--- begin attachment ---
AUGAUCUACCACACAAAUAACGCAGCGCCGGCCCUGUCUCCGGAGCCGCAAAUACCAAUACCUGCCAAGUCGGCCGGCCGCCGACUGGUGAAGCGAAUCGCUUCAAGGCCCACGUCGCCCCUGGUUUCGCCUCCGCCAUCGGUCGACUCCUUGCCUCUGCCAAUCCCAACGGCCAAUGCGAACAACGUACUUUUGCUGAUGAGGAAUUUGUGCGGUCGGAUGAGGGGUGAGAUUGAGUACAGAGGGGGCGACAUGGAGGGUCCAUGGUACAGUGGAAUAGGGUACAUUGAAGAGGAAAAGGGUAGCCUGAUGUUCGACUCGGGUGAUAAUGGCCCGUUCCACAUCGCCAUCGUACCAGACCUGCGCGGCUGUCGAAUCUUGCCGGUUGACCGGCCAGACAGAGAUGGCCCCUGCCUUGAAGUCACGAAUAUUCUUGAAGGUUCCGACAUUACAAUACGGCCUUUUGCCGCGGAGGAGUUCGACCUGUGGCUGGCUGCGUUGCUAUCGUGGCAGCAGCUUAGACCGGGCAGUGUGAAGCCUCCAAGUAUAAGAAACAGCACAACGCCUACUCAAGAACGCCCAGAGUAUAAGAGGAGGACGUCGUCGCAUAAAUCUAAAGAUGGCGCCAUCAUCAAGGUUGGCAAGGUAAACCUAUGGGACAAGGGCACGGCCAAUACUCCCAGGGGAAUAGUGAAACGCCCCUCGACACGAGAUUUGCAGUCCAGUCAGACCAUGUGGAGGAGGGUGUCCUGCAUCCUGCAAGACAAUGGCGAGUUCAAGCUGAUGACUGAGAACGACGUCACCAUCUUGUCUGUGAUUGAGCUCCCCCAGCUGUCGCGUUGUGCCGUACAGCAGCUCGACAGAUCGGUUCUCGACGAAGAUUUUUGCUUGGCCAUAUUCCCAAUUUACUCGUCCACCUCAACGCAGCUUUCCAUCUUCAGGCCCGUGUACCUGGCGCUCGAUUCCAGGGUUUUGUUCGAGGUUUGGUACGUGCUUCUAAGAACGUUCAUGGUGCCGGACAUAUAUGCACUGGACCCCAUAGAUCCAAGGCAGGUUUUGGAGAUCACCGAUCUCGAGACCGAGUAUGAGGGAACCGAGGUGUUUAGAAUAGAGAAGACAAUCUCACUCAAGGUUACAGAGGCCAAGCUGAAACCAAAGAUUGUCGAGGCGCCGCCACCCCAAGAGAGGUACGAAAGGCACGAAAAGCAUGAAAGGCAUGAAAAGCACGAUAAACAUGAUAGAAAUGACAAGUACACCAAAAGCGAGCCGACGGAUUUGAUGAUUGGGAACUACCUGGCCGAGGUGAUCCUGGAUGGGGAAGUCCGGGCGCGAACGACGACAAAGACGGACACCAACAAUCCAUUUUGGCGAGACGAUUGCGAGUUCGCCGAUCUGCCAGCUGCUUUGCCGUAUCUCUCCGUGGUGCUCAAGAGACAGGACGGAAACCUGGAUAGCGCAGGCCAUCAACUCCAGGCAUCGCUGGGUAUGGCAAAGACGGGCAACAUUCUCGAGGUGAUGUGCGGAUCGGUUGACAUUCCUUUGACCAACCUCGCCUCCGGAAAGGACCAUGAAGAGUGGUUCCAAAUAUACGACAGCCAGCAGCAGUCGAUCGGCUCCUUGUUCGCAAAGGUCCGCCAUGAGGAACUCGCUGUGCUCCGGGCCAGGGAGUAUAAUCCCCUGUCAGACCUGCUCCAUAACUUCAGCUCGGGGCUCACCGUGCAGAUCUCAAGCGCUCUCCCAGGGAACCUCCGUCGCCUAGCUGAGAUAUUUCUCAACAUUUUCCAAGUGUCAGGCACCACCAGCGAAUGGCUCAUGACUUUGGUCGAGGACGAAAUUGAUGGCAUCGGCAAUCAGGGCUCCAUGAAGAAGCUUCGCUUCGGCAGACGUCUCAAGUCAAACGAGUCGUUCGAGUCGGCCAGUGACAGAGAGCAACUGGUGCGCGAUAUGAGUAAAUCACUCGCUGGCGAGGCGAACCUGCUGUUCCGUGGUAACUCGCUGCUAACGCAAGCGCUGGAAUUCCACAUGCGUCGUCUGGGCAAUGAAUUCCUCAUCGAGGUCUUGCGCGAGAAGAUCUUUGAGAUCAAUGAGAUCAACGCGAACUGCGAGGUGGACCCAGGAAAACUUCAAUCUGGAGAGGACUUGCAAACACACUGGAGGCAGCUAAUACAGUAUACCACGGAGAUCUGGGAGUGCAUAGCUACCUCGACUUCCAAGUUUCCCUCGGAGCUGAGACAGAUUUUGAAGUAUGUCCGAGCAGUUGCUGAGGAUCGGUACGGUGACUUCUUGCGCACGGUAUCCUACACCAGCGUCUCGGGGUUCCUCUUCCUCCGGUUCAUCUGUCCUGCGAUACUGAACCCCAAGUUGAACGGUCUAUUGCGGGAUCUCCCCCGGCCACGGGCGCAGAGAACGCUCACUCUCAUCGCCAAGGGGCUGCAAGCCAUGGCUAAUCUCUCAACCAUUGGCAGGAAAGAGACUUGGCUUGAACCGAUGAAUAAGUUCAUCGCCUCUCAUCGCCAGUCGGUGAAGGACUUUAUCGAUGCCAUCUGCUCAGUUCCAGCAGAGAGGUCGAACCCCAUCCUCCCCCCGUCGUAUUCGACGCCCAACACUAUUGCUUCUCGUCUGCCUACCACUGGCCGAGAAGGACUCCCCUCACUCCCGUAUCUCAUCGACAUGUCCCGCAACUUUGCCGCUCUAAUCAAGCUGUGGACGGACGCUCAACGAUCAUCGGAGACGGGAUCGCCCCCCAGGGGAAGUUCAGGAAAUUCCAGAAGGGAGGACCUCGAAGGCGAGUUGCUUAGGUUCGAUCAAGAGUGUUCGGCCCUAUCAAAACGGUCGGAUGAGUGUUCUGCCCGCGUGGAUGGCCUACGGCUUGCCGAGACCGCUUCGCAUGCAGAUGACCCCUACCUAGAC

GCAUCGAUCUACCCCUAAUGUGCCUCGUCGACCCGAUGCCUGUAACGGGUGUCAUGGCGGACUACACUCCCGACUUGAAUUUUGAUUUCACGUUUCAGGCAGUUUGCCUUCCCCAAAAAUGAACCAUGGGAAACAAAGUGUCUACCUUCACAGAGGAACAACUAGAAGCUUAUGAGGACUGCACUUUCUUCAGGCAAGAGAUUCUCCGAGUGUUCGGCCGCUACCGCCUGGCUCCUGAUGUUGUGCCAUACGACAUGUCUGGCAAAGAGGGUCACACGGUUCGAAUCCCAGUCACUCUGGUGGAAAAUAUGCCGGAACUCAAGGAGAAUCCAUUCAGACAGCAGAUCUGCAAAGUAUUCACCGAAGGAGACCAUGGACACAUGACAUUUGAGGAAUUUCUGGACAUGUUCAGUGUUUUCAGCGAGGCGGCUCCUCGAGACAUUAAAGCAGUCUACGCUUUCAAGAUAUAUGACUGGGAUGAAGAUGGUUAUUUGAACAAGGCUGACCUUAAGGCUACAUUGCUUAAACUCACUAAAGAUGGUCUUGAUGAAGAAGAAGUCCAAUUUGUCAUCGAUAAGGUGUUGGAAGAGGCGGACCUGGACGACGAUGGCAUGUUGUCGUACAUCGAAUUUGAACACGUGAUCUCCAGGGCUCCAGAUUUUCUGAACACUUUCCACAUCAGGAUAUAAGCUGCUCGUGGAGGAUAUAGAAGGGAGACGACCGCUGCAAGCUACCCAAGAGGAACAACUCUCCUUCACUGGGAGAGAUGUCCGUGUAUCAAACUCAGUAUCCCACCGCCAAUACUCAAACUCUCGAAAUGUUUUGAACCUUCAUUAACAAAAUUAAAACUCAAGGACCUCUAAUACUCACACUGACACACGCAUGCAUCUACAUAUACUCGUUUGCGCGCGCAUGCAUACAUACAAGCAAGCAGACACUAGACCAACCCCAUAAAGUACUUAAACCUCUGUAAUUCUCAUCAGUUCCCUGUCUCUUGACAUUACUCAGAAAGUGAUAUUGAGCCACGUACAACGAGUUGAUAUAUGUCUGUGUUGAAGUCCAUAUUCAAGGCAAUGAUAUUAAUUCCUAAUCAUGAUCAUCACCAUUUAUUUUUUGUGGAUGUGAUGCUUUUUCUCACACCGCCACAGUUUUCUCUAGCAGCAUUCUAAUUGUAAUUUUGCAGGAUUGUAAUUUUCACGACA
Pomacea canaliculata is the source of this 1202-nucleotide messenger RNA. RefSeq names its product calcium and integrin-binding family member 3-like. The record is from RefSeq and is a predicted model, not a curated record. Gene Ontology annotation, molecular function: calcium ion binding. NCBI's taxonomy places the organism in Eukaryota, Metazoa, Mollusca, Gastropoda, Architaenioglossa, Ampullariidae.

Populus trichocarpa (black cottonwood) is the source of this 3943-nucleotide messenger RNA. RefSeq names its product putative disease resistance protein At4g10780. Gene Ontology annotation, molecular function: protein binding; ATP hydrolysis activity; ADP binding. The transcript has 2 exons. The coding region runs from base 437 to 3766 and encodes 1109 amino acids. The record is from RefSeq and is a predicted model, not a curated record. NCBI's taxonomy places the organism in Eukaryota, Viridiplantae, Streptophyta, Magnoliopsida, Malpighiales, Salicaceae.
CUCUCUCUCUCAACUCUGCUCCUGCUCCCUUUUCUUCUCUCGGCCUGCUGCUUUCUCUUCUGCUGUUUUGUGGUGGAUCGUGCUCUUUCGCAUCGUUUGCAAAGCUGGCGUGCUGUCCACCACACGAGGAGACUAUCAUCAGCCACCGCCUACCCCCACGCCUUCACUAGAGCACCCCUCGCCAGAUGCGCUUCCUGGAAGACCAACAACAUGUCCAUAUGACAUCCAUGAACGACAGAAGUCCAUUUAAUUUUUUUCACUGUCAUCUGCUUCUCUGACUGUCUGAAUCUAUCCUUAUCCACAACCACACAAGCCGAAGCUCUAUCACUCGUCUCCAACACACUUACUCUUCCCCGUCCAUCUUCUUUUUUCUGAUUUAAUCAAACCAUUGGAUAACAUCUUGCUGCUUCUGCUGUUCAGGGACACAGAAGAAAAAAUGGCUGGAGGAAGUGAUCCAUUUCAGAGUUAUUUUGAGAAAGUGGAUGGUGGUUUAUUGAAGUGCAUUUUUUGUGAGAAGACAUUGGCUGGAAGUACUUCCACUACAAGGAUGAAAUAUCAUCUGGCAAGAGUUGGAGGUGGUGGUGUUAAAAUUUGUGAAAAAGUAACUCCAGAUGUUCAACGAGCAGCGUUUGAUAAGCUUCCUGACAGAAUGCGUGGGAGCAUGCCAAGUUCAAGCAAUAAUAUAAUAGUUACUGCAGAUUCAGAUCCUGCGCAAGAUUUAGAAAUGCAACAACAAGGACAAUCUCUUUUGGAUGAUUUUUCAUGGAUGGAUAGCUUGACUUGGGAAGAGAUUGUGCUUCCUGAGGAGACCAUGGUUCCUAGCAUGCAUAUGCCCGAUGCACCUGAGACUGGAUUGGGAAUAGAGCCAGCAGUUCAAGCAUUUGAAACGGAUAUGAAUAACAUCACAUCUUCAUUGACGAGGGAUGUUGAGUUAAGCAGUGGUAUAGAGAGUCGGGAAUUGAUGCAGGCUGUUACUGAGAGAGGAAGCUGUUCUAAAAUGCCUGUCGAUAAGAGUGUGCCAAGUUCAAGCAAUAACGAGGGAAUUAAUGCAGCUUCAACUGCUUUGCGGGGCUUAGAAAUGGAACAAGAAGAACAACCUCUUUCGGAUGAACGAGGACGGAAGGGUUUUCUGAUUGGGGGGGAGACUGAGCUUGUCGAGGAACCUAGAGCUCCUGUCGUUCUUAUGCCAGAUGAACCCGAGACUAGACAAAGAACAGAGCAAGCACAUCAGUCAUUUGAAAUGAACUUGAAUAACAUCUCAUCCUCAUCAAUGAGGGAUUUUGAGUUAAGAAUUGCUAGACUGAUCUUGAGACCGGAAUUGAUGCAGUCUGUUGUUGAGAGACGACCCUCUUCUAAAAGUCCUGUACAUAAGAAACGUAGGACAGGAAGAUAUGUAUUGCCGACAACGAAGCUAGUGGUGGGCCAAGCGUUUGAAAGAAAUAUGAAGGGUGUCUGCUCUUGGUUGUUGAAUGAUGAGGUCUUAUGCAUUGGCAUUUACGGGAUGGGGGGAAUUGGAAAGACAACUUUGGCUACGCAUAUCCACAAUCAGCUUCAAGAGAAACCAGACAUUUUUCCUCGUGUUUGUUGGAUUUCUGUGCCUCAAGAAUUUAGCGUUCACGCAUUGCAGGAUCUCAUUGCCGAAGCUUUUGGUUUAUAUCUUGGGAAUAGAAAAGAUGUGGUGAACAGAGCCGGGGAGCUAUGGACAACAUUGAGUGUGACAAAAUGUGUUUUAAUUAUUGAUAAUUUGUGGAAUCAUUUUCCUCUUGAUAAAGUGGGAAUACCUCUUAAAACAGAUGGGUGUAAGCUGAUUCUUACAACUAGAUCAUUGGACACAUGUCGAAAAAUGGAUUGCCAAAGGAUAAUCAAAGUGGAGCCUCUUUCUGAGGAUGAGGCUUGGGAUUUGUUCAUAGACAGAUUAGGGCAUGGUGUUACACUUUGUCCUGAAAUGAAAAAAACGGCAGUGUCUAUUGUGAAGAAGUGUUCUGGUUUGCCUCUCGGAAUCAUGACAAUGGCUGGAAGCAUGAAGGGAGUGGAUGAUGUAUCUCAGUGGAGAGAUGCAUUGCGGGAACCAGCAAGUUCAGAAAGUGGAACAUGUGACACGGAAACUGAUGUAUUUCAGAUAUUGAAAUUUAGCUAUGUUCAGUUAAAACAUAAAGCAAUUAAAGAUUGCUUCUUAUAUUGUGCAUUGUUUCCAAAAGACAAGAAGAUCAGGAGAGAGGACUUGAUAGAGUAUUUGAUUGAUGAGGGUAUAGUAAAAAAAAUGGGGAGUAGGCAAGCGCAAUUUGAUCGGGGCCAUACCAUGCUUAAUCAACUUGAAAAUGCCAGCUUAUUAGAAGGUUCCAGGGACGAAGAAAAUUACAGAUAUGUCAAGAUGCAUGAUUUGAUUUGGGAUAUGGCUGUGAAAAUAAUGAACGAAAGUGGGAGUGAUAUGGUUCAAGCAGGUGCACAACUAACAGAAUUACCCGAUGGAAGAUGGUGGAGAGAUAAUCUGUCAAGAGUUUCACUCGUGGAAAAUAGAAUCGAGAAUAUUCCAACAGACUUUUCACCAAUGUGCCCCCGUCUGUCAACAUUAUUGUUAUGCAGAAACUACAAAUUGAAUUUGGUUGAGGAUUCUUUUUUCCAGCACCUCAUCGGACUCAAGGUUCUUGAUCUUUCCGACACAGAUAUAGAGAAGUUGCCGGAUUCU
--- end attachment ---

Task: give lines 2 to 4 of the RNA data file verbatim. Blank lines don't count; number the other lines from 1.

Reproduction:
GCAUCGAUCUACCCCUAAUGUGCCUCGUCGACCCGAUGCCUGUAACGGGUGUCAUGGCGGACUACACUCCCGACUUGAAUUUUGAUUUCACGUUUCAGGCAGUUUGCCUUCCCCAAAAAUGAACCAUGGGAAACAAAGUGUCUACCUUCACAGAGGAACAACUAGAAGCUUAUGAGGACUGCACUUUCUUCAGGCAAGAGAUUCUCCGAGUGUUCGGCCGCUACCGCCUGGCUCCUGAUGUUGUGCCAUACGACAUGUCUGGCAAAGAGGGUCACACGGUUCGAAUCCCAGUCACUCUGGUGGAAAAUAUGCCGGAACUCAAGGAGAAUCCAUUCAGACAGCAGAUCUGCAAAGUAUUCACCGAAGGAGACCAUGGACACAUGACAUUUGAGGAAUUUCUGGACAUGUUCAGUGUUUUCAGCGAGGCGGCUCCUCGAGACAUUAAAGCAGUCUACGCUUUCAAGAUAUAUGACUGGGAUGAAGAUGGUUAUUUGAACAAGGCUGACCUUAAGGCUACAUUGCUUAAACUCACUAAAGAUGGUCUUGAUGAAGAAGAAGUCCAAUUUGUCAUCGAUAAGGUGUUGGAAGAGGCGGACCUGGACGACGAUGGCAUGUUGUCGUACAUCGAAUUUGAACACGUGAUCUCCAGGGCUCCAGAUUUUCUGAACACUUUCCACAUCAGGAUAUAAGCUGCUCGUGGAGGAUAUAGAAGGGAGACGACCGCUGCAAGCUACCCAAGAGGAACAACUCUCCUUCACUGGGAGAGAUGUCCGUGUAUCAAACUCAGUAUCCCACCGCCAAUACUCAAACUCUCGAAAUGUUUUGAACCUUCAUUAACAAAAUUAAAACUCAAGGACCUCUAAUACUCACACUGACACACGCAUGCAUCUACAUAUACUCGUUUGCGCGCGCAUGCAUACAUACAAGCAAGCAGACACUAGACCAACCCCAUAAAGUACUUAAACCUCUGUAAUUCUCAUCAGUUCCCUGUCUCUUGACAUUACUCAGAAAGUGAUAUUGAGCCACGUACAACGAGUUGAUAUAUGUCUGUGUUGAAGUCCAUAUUCAAGGCAAUGAUAUUAAUUCCUAAUCAUGAUCAUCACCAUUUAUUUUUUGUGGAUGUGAUGCUUUUUCUCACACCGCCACAGUUUUCUCUAGCAGCAUUCUAAUUGUAAUUUUGCAGGAUUGUAAUUUUCACGACA
Pomacea canaliculata is the source of this 1202-nucleotide messenger RNA. RefSeq names its product calcium and integrin-binding family member 3-like. The record is from RefSeq and is a predicted model, not a curated record. Gene Ontology annotation, molecular function: calcium ion binding. NCBI's taxonomy places the organism in Eukaryota, Metazoa, Mollusca, Gastropoda, Architaenioglossa, Ampullariidae.

Populus trichocarpa (black cottonwood) is the source of this 3943-nucleotide messenger RNA. RefSeq names its product putative disease resistance protein At4g10780. Gene Ontology annotation, molecular function: protein binding; ATP hydrolysis activity; ADP binding. The transcript has 2 exons. The coding region runs from base 437 to 3766 and encodes 1109 amino acids. The record is from RefSeq and is a predicted model, not a curated record. NCBI's taxonomy places the organism in Eukaryota, Viridiplantae, Streptophyta, Magnoliopsida, Malpighiales, Salicaceae.